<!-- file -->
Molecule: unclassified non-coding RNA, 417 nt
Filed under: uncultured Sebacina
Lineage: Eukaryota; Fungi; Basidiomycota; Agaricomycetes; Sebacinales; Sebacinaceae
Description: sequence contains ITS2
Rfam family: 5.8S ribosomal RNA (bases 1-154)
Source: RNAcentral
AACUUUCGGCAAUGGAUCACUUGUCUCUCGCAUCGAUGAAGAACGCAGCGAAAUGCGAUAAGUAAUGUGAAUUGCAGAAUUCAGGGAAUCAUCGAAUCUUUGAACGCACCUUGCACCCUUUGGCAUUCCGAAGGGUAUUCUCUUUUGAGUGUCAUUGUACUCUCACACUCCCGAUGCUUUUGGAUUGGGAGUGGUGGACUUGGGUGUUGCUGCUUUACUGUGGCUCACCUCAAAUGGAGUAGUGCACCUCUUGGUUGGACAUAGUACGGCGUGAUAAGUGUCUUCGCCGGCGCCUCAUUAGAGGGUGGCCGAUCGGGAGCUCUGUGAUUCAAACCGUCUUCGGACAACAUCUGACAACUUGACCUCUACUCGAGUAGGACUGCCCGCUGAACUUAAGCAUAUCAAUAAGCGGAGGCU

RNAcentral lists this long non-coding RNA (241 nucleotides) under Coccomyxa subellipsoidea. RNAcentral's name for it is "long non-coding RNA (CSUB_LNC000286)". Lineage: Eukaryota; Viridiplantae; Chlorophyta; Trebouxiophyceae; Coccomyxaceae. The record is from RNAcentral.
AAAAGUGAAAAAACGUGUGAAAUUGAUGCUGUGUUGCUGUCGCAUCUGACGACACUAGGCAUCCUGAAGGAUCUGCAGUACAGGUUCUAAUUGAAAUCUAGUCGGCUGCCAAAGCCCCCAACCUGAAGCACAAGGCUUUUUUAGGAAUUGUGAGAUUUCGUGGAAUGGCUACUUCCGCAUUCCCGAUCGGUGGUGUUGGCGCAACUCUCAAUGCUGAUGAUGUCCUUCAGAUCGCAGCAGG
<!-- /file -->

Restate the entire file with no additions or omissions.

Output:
Molecule: unclassified non-coding RNA, 417 nt
Filed under: uncultured Sebacina
Lineage: Eukaryota; Fungi; Basidiomycota; Agaricomycetes; Sebacinales; Sebacinaceae
Description: sequence contains ITS2
Rfam family: 5.8S ribosomal RNA (bases 1-154)
Source: RNAcentral
AACUUUCGGCAAUGGAUCACUUGUCUCUCGCAUCGAUGAAGAACGCAGCGAAAUGCGAUAAGUAAUGUGAAUUGCAGAAUUCAGGGAAUCAUCGAAUCUUUGAACGCACCUUGCACCCUUUGGCAUUCCGAAGGGUAUUCUCUUUUGAGUGUCAUUGUACUCUCACACUCCCGAUGCUUUUGGAUUGGGAGUGGUGGACUUGGGUGUUGCUGCUUUACUGUGGCUCACCUCAAAUGGAGUAGUGCACCUCUUGGUUGGACAUAGUACGGCGUGAUAAGUGUCUUCGCCGGCGCCUCAUUAGAGGGUGGCCGAUCGGGAGCUCUGUGAUUCAAACCGUCUUCGGACAACAUCUGACAACUUGACCUCUACUCGAGUAGGACUGCCCGCUGAACUUAAGCAUAUCAAUAAGCGGAGGCU

RNAcentral lists this long non-coding RNA (241 nucleotides) under Coccomyxa subellipsoidea. RNAcentral's name for it is "long non-coding RNA (CSUB_LNC000286)". Lineage: Eukaryota; Viridiplantae; Chlorophyta; Trebouxiophyceae; Coccomyxaceae. The record is from RNAcentral.
AAAAGUGAAAAAACGUGUGAAAUUGAUGCUGUGUUGCUGUCGCAUCUGACGACACUAGGCAUCCUGAAGGAUCUGCAGUACAGGUUCUAAUUGAAAUCUAGUCGGCUGCCAAAGCCCCCAACCUGAAGCACAAGGCUUUUUUAGGAAUUGUGAGAUUUCGUGGAAUGGCUACUUCCGCAUUCCCGAUCGGUGGUGUUGGCGCAACUCUCAAUGCUGAUGAUGUCCUUCAGAUCGCAGCAGG